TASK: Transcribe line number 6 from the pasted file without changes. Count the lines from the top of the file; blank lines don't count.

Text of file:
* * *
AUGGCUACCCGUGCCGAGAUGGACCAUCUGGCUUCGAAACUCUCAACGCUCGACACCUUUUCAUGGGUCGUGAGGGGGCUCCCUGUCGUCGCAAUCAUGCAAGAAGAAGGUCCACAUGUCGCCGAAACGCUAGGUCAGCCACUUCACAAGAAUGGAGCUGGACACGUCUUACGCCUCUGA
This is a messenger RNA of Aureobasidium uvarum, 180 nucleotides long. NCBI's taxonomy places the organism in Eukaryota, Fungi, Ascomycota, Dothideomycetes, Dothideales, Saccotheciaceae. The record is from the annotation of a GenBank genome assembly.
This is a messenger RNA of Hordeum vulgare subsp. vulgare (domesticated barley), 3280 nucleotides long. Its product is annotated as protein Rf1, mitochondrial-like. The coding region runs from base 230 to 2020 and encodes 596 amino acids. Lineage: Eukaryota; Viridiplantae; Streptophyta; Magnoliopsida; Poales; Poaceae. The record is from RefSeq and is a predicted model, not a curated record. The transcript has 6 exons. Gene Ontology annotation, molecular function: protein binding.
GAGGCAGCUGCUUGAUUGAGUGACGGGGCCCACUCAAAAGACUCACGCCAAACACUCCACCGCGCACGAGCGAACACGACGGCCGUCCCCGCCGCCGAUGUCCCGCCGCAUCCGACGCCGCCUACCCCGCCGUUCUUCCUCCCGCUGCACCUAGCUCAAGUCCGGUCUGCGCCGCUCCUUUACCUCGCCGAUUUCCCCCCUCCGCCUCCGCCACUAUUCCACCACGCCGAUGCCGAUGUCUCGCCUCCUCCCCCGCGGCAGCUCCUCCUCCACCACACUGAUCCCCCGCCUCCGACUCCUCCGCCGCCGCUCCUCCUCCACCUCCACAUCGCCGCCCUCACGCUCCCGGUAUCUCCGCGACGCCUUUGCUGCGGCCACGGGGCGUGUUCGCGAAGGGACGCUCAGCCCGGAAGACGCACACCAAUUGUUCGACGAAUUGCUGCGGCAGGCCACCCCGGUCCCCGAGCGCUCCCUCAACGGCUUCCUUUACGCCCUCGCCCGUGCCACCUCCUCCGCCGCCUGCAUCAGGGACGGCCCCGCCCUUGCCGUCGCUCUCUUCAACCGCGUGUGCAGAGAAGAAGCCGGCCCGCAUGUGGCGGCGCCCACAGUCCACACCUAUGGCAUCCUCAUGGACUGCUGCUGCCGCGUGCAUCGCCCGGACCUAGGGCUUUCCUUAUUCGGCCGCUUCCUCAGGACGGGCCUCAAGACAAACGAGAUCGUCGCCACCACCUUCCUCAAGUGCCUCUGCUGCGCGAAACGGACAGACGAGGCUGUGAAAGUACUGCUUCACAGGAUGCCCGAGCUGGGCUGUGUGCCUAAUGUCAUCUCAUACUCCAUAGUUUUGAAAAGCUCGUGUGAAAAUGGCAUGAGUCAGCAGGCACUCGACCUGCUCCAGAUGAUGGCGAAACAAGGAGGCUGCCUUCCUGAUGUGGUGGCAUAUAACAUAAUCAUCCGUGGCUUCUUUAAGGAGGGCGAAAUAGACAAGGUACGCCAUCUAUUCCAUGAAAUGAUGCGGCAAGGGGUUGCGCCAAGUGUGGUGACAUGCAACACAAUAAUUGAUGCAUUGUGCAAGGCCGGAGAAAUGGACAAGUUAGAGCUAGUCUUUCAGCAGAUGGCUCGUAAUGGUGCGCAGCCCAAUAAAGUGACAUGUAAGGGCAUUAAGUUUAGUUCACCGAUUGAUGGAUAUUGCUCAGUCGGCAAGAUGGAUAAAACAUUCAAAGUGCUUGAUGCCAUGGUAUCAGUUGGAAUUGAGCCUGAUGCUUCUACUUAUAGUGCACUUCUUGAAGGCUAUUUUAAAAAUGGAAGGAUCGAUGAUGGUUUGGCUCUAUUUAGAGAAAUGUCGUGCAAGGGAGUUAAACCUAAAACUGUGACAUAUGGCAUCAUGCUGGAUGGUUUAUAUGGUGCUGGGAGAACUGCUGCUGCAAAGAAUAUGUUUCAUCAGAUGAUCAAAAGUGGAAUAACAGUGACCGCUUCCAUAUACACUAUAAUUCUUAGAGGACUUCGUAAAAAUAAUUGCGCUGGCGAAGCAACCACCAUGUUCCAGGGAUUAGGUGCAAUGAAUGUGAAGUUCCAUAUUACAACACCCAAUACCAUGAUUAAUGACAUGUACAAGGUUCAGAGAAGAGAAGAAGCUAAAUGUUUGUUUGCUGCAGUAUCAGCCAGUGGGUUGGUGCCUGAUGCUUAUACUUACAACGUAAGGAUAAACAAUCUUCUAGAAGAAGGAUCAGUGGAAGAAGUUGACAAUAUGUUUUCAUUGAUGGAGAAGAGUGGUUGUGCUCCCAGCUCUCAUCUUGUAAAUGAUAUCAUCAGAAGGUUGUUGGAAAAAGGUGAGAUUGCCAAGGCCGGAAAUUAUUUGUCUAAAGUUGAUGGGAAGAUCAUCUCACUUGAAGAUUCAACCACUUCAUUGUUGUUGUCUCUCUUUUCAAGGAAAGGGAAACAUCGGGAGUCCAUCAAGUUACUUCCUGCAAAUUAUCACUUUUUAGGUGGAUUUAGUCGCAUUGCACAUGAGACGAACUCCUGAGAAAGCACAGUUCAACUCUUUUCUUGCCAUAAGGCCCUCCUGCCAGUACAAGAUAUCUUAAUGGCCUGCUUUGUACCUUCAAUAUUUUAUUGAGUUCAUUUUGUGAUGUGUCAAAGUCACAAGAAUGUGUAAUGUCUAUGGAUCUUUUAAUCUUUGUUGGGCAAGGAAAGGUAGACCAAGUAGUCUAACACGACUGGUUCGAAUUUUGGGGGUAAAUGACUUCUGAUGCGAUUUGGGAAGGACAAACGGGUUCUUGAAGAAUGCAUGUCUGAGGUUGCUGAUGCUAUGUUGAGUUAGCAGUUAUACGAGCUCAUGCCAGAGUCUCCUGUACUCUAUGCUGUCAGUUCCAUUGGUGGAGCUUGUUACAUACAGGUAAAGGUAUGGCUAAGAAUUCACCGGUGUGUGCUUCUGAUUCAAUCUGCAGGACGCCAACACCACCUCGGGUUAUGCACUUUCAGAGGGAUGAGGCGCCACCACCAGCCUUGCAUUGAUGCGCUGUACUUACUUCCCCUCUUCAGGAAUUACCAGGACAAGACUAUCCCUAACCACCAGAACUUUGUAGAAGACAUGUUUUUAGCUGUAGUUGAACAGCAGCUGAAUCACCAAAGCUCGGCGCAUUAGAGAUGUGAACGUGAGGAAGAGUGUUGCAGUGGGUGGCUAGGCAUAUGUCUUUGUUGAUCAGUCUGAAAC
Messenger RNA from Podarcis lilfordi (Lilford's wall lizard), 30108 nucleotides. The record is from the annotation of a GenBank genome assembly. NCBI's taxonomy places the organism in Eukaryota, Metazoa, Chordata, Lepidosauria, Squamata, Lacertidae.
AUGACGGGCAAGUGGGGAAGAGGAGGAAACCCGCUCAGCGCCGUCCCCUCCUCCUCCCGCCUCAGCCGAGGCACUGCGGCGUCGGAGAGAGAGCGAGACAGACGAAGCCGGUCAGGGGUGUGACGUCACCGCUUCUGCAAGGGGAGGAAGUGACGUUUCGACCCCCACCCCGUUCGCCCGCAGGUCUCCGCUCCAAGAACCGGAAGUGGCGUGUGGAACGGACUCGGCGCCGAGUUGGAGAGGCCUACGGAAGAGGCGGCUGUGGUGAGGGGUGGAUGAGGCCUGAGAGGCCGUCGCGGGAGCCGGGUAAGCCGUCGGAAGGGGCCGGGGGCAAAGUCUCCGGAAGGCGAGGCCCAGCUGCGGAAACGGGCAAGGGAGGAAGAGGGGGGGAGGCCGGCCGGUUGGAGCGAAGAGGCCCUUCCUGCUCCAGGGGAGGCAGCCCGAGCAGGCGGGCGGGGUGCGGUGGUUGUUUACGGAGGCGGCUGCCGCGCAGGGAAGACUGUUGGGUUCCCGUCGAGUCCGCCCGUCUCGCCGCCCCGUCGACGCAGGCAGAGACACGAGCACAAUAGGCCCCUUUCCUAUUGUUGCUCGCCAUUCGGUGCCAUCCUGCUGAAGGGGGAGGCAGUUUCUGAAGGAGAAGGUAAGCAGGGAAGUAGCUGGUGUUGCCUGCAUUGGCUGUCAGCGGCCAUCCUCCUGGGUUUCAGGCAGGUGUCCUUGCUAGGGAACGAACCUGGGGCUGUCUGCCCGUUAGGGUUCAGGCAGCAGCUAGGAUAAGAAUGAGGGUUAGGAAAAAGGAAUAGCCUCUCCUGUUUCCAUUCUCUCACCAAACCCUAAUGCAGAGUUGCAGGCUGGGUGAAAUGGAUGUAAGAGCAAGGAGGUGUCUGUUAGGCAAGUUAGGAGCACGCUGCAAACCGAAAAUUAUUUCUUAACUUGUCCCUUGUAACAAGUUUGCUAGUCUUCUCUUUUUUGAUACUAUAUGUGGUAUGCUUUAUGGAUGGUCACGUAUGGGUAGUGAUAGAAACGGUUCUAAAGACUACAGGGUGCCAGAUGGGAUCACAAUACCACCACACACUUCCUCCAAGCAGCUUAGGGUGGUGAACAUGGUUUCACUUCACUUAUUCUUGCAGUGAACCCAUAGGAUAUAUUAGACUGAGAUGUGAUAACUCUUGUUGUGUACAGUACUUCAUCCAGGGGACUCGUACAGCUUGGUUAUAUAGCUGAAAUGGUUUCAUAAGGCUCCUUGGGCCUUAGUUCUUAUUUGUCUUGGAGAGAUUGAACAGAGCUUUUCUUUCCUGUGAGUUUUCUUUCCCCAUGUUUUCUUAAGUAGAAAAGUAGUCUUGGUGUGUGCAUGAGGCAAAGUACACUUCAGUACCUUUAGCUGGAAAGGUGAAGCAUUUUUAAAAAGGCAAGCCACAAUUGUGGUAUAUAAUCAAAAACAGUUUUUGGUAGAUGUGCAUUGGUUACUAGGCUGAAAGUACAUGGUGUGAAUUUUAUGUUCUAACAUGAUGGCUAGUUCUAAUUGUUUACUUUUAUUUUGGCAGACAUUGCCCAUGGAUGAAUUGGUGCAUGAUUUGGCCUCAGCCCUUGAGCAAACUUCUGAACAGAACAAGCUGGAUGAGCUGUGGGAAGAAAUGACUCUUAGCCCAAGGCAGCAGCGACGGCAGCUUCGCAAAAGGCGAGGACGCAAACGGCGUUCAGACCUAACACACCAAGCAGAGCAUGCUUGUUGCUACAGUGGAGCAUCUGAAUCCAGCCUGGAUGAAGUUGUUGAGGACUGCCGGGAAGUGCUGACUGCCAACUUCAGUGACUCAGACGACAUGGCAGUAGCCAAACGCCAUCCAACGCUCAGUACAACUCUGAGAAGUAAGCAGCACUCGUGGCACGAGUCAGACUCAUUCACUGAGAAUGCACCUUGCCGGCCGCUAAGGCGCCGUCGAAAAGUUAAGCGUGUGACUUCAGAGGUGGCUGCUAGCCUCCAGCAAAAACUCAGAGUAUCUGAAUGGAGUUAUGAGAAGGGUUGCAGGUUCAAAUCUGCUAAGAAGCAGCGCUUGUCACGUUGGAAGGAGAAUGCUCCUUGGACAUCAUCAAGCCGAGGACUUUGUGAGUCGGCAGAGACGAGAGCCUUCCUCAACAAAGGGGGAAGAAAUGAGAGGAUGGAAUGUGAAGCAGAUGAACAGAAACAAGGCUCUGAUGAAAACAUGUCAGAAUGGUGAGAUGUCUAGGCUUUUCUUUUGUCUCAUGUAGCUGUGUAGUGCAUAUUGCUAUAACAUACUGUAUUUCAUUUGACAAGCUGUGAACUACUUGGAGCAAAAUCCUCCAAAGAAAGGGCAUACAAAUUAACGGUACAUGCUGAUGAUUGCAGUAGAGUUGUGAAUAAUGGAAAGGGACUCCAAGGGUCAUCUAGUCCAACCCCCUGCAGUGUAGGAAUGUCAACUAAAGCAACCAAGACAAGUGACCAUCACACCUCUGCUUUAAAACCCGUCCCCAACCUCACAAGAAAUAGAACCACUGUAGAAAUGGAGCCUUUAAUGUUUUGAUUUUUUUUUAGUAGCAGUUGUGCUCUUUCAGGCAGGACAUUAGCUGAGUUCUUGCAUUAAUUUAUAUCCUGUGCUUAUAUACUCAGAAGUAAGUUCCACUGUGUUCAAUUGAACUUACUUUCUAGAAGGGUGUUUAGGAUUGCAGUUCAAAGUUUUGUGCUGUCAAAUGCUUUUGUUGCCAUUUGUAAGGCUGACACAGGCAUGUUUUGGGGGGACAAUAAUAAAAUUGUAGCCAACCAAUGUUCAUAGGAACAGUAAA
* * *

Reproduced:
AUGACGGGCAAGUGGGGAAGAGGAGGAAACCCGCUCAGCGCCGUCCCCUCCUCCUCCCGCCUCAGCCGAGGCACUGCGGCGUCGGAGAGAGAGCGAGACAGACGAAGCCGGUCAGGGGUGUGACGUCACCGCUUCUGCAAGGGGAGGAAGUGACGUUUCGACCCCCACCCCGUUCGCCCGCAGGUCUCCGCUCCAAGAACCGGAAGUGGCGUGUGGAACGGACUCGGCGCCGAGUUGGAGAGGCCUACGGAAGAGGCGGCUGUGGUGAGGGGUGGAUGAGGCCUGAGAGGCCGUCGCGGGAGCCGGGUAAGCCGUCGGAAGGGGCCGGGGGCAAAGUCUCCGGAAGGCGAGGCCCAGCUGCGGAAACGGGCAAGGGAGGAAGAGGGGGGGAGGCCGGCCGGUUGGAGCGAAGAGGCCCUUCCUGCUCCAGGGGAGGCAGCCCGAGCAGGCGGGCGGGGUGCGGUGGUUGUUUACGGAGGCGGCUGCCGCGCAGGGAAGACUGUUGGGUUCCCGUCGAGUCCGCCCGUCUCGCCGCCCCGUCGACGCAGGCAGAGACACGAGCACAAUAGGCCCCUUUCCUAUUGUUGCUCGCCAUUCGGUGCCAUCCUGCUGAAGGGGGAGGCAGUUUCUGAAGGAGAAGGUAAGCAGGGAAGUAGCUGGUGUUGCCUGCAUUGGCUGUCAGCGGCCAUCCUCCUGGGUUUCAGGCAGGUGUCCUUGCUAGGGAACGAACCUGGGGCUGUCUGCCCGUUAGGGUUCAGGCAGCAGCUAGGAUAAGAAUGAGGGUUAGGAAAAAGGAAUAGCCUCUCCUGUUUCCAUUCUCUCACCAAACCCUAAUGCAGAGUUGCAGGCUGGGUGAAAUGGAUGUAAGAGCAAGGAGGUGUCUGUUAGGCAAGUUAGGAGCACGCUGCAAACCGAAAAUUAUUUCUUAACUUGUCCCUUGUAACAAGUUUGCUAGUCUUCUCUUUUUUGAUACUAUAUGUGGUAUGCUUUAUGGAUGGUCACGUAUGGGUAGUGAUAGAAACGGUUCUAAAGACUACAGGGUGCCAGAUGGGAUCACAAUACCACCACACACUUCCUCCAAGCAGCUUAGGGUGGUGAACAUGGUUUCACUUCACUUAUUCUUGCAGUGAACCCAUAGGAUAUAUUAGACUGAGAUGUGAUAACUCUUGUUGUGUACAGUACUUCAUCCAGGGGACUCGUACAGCUUGGUUAUAUAGCUGAAAUGGUUUCAUAAGGCUCCUUGGGCCUUAGUUCUUAUUUGUCUUGGAGAGAUUGAACAGAGCUUUUCUUUCCUGUGAGUUUUCUUUCCCCAUGUUUUCUUAAGUAGAAAAGUAGUCUUGGUGUGUGCAUGAGGCAAAGUACACUUCAGUACCUUUAGCUGGAAAGGUGAAGCAUUUUUAAAAAGGCAAGCCACAAUUGUGGUAUAUAAUCAAAAACAGUUUUUGGUAGAUGUGCAUUGGUUACUAGGCUGAAAGUACAUGGUGUGAAUUUUAUGUUCUAACAUGAUGGCUAGUUCUAAUUGUUUACUUUUAUUUUGGCAGACAUUGCCCAUGGAUGAAUUGGUGCAUGAUUUGGCCUCAGCCCUUGAGCAAACUUCUGAACAGAACAAGCUGGAUGAGCUGUGGGAAGAAAUGACUCUUAGCCCAAGGCAGCAGCGACGGCAGCUUCGCAAAAGGCGAGGACGCAAACGGCGUUCAGACCUAACACACCAAGCAGAGCAUGCUUGUUGCUACAGUGGAGCAUCUGAAUCCAGCCUGGAUGAAGUUGUUGAGGACUGCCGGGAAGUGCUGACUGCCAACUUCAGUGACUCAGACGACAUGGCAGUAGCCAAACGCCAUCCAACGCUCAGUACAACUCUGAGAAGUAAGCAGCACUCGUGGCACGAGUCAGACUCAUUCACUGAGAAUGCACCUUGCCGGCCGCUAAGGCGCCGUCGAAAAGUUAAGCGUGUGACUUCAGAGGUGGCUGCUAGCCUCCAGCAAAAACUCAGAGUAUCUGAAUGGAGUUAUGAGAAGGGUUGCAGGUUCAAAUCUGCUAAGAAGCAGCGCUUGUCACGUUGGAAGGAGAAUGCUCCUUGGACAUCAUCAAGCCGAGGACUUUGUGAGUCGGCAGAGACGAGAGCCUUCCUCAACAAAGGGGGAAGAAAUGAGAGGAUGGAAUGUGAAGCAGAUGAACAGAAACAAGGCUCUGAUGAAAACAUGUCAGAAUGGUGAGAUGUCUAGGCUUUUCUUUUGUCUCAUGUAGCUGUGUAGUGCAUAUUGCUAUAACAUACUGUAUUUCAUUUGACAAGCUGUGAACUACUUGGAGCAAAAUCCUCCAAAGAAAGGGCAUACAAAUUAACGGUACAUGCUGAUGAUUGCAGUAGAGUUGUGAAUAAUGGAAAGGGACUCCAAGGGUCAUCUAGUCCAACCCCCUGCAGUGUAGGAAUGUCAACUAAAGCAACCAAGACAAGUGACCAUCACACCUCUGCUUUAAAACCCGUCCCCAACCUCACAAGAAAUAGAACCACUGUAGAAAUGGAGCCUUUAAUGUUUUGAUUUUUUUUUAGUAGCAGUUGUGCUCUUUCAGGCAGGACAUUAGCUGAGUUCUUGCAUUAAUUUAUAUCCUGUGCUUAUAUACUCAGAAGUAAGUUCCACUGUGUUCAAUUGAACUUACUUUCUAGAAGGGUGUUUAGGAUUGCAGUUCAAAGUUUUGUGCUGUCAAAUGCUUUUGUUGCCAUUUGUAAGGCUGACACAGGCAUGUUUUGGGGGGACAAUAAUAAAAUUGUAGCCAACCAAUGUUCAUAGGAACAGUAAA